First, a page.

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Five nutrition myths debunked

Knowing how to give your body what it needs is no easy task. With health-related information coming in from different directions, it is often difficult to decipher good nutrition from bad. If your newspaper, Twitter feed and next-door neighbour are all telling you different things, we’re here to help. We have de-bunked some of the biggest nutrition myths out there today to give you a better idea of how to best feed your body.

Eating eggs is bad for your cholesterol level 


Cholesterol is a fat found in your blood. When you have too much of the “bad” kind – also known as LDL – it can build up on the walls of your arteries and cause blockages. HDL – or the “good” kind – helps to remove excess cholesterol from your body. While it’s true that eggs contain a substantial amount of cholesterol, studies have shown that they increase the “good” kind in your body. Plus, egg yolks are highly nutritious. Daily egg consumption is completely healthy and safe for most people, unless you have a specific genetic condition that predisposes you to elevated cholesterol.

Avocados will make you fat


It’s a long held and outdated believe that fat makes you fat. In fact, it’s the types of fats you eat that make the difference in your weight. Avocadoes, for example, are extremely nutritious, high in heart-healthy fats, and can be enjoyed daily in healthy portions. In fact, studies have shown that people who eat more avocadoes tend to weigh less. That’s because healthy fats, like those found in avocadoes, will get used by the body and will also contribute to satiety. Plus, avocadoes are very high in fibre. 

A calorie is a calorie


It is misconception to say that all calories are created equal. One hundred calories coming from a chocolate bar will lead to a different outcome compared to 100 calories of salad or meat. Sugar and refined carbohydrates can very quickly turn into fat. Similarly, one 1,600 calorie diet can promote a healthy weight or even weight loss, while another 1,600 calorie diet can lead to weight gain. Where the calories come from is the most important part!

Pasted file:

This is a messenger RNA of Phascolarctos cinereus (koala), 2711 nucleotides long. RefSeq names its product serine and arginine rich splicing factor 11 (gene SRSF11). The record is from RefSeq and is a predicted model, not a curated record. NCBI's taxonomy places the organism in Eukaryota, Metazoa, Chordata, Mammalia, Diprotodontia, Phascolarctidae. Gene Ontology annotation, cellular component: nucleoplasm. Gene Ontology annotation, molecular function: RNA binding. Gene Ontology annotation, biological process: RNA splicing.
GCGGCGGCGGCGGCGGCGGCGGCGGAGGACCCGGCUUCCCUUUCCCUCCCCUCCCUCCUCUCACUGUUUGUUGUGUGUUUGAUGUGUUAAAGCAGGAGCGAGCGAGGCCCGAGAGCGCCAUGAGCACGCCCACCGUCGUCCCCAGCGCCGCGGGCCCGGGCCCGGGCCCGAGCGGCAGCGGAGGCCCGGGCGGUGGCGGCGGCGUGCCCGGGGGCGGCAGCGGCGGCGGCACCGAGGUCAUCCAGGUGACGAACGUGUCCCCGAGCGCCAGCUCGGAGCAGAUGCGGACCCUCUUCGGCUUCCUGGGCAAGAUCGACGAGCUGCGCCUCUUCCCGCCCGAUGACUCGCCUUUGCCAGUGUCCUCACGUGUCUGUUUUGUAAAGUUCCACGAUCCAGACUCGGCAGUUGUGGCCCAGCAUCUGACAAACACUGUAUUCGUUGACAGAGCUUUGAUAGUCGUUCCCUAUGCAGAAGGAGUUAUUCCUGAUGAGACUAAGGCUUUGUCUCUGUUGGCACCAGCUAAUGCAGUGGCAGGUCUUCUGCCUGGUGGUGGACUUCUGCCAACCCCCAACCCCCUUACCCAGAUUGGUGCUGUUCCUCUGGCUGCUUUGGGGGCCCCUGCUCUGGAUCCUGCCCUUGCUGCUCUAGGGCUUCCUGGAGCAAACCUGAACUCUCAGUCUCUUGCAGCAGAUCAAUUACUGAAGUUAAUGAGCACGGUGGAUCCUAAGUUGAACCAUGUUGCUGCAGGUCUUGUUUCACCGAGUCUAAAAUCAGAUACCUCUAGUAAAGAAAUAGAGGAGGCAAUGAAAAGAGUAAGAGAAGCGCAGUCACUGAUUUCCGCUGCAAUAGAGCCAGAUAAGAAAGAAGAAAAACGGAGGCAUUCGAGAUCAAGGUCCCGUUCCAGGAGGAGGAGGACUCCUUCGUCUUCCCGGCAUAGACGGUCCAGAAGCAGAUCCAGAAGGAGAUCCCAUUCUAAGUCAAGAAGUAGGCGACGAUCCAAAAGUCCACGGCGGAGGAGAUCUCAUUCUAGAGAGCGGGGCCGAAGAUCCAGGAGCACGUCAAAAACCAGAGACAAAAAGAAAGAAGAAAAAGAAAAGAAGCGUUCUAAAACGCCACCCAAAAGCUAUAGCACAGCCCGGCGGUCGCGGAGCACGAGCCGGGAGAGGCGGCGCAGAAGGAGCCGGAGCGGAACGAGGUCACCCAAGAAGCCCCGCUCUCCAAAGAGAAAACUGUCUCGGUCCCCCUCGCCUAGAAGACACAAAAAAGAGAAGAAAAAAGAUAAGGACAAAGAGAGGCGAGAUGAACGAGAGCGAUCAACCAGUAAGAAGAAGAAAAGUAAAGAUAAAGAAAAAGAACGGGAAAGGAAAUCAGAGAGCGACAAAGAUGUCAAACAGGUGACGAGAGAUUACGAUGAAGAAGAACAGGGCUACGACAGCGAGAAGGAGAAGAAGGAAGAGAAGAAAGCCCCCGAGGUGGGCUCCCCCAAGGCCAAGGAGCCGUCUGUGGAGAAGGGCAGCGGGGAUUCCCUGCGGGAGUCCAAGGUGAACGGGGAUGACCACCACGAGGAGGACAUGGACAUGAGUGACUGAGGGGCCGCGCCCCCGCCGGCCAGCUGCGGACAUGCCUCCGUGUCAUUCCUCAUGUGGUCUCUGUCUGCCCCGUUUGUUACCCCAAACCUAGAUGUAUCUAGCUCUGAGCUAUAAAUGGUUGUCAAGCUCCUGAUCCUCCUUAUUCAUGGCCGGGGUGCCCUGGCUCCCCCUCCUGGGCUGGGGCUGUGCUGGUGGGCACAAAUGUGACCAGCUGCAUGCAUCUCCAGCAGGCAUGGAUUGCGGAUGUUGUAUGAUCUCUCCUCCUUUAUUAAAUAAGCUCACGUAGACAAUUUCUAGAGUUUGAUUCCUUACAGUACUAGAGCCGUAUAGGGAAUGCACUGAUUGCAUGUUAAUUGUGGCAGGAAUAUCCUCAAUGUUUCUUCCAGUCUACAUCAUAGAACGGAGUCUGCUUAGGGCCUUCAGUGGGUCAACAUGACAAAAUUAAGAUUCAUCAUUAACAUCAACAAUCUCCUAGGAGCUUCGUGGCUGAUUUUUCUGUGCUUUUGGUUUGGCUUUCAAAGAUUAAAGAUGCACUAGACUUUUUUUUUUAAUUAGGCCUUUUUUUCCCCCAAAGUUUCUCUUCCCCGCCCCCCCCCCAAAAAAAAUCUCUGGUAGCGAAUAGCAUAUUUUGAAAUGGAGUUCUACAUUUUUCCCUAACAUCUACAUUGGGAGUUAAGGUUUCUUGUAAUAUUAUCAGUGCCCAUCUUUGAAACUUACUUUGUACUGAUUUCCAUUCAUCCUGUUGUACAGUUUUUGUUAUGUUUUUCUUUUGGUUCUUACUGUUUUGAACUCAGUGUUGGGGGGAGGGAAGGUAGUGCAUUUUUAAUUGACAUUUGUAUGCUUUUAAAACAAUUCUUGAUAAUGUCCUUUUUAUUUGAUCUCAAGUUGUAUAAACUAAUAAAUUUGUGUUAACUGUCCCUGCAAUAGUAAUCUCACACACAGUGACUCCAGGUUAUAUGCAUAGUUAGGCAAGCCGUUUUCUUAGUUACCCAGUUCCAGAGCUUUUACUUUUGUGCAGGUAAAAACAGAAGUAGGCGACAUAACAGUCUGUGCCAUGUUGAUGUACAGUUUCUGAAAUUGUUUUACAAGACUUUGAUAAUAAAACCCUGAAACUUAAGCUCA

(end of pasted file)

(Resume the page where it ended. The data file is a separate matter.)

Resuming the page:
Eating small meals throughout the day is better than eating three meals per day


Research has confirmed that eating more frequent, smaller meals throughout the day does not burn more calories compared to eating three meals a day. In this case, if the total calories are the same, then the amount of calories burned is also the same. Although purposeful snacking can be beneficial, eating more frequently can actually cause you to consume more food because the more you eat, the more you want to eat. Giving your body a break in between meals promotes detoxification and allows your digestive system to rest. 

Pure fruit juice is healthy


Even if a juice has no added sugar, it is not a healthy beverage and shouldn’t be considered as such. Juice is mostly sugar, and leaves the healthier components out. Furthermore, store-bought juice is pasteurized, which will kill off many nutrients – including Vitamin C – despite what the nutrition label says. Plus, juice floods your body, causing a spike in insulin, which makes the sugar convert into fat. Stick to water, tea/coffee, or milk in moderation, and have juice as an occasional treat.

The information in this post has been verified by a registered dietitian.